Farewell Summer...

For some, the cool mornings, shortened days, and leaves tinged in gold and russet are the death knells of summer. As children, those omens meant a return to structure, cracking the spines of new textbooks and buffing jet-black oxford shoes. For me, there were uniforms to be starched and taken in and knee socks to be purchased. Now, as an adult, they move me to say goodbye to the lightheartedness of summer and prepare myself for the gravitas of the winter season; I'm often eager to see the hot weather and blockbuster movies replaced by "serious films" and woolly sweaters. There is one thing I'm always sad to say goodbye to...



This weekend marked my last of the season at the summer cottage where I learned to knit.

Lake Blaisdell is a tiny lake (158 acres to be exact) in Southern New Hampshire where my boyfriend's family has spent every summer for over 60 years, maybe even 70. It's where his parents met as children summering together (they recently celebrated their 51st anniversary together). The families in the other cabins also summered there as children and the atmosphere is familial to say the least. Andy often calls it "the commune", only half-jokingly because we're all family there--even me, a relative newcomer. Andy's sister taught me to knit at the lake, and my days are often winnowed away on the beach, surrounded by three generations of knitters sharing laughs, gossip, and licorice from the endless candy supply brought along "for the children". Every time I pick up my needles, I'm reminded of the tradition we as crafters keep alive, not only in my family, but in the world at large.


Until next summer, Lake Blaisdell...

Who taught you how to knit? We want to hear your stories!

7 comments:

  1. I taught myself to knit with a handful of "how-to" books my senior year of high school. I intended knitting to be a portable past time on flights from Colorado to school in Boston. It quickly grew into a much bigger part of my life.

    Knitting in my family skipped two generations-- neither my mother nor her mother ever knit. But my great-grandmother was a wonderful knitter, tatter, crocheter and quilter. I'm very proud to inherited all of her supplies.

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  2. I learned to crochet as a 4 year old at my father's side - his great-grandmother taught him as a child, while she recounted to him what it was like to have been at the siege of Vicksburg.

    As a grade schooler my left handed maternal grandmother attempted to teach me - she a perfectionist - me, not so much. I drove her nuts so she gave up.

    When I was 19 I got the bug. I HAD to learn how to knit. I asked so many people if they knew how or could teach me how. Couldn't find a single taker. So - back in the day - I pulled out the encyclopedia and lo and behold - how to knit! So, I have Encyclopedia Brittanica to thank for my ability to knit - and the passion for the art that has ensued!

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  3. When I was doing my college internship in Flint, MI at a hospital, a young girl in the department I was in was knitting her boyfriend a cardigan. I fell in love with the idea of knitting. That was 1977, in 1990 a girl joined our office crew and was knitting one day and I asked her to teach me, I was sooo happy to finally learn. (thanks Lisa) ;)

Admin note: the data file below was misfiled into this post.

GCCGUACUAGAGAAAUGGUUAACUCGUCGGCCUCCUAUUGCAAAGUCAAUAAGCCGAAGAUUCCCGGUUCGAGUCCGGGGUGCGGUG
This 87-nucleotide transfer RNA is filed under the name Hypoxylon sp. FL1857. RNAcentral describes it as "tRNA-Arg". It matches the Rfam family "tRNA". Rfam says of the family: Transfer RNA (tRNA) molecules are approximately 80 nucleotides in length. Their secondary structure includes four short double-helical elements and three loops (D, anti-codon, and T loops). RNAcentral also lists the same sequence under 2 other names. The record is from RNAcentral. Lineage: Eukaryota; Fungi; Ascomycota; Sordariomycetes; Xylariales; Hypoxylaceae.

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  4. My grandmother taught me to knit at that very same lake and it's fun passing along the tradition. She used to say dropping your knitting in the pine needles at the lake made it a better sweater...or pair of mittens...or "imaginary horse reins" (for those few at the lake who pretend not to appreciate the fiber arts ;-)

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  5. As a child I was rather sickly...always having Strep throat. Back then the doctor would say "have her lay on the couch for 5 days". So, once when I was sick and about 9 yrs old my Mom bought me a Learn to Knit kit. (She didn't knit). I studied the photos and the script and I did it. I learned to knit. I assumed a style that seemed natural and it wasn't until years later when I was knitting in a group and the other knitters said "what the heck are you doing?" that I realized I was knitting Continental.

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  6. My grandma taught me to knit when I was fourteen. The first thing I made was a gold garter stitch scarf with fringe in Red Heart for a friend. For some reason, I didn't learn to purl until years and several garter stitch scarves later...

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  7. aww...this is a beautiful get-away, great for knitting retreat! is it open to public ?

    i learn to knit in my teens. whenever i knit while waiting to pick up my daughter from class. I always ended up being ask - why do u knit in such a hot n humid tropical weather like singapore !!!!"

    is there a knit to wear socks here ? do u really need that cardigan ?

    and many many more questions ....

    well......is my HOBBY :)

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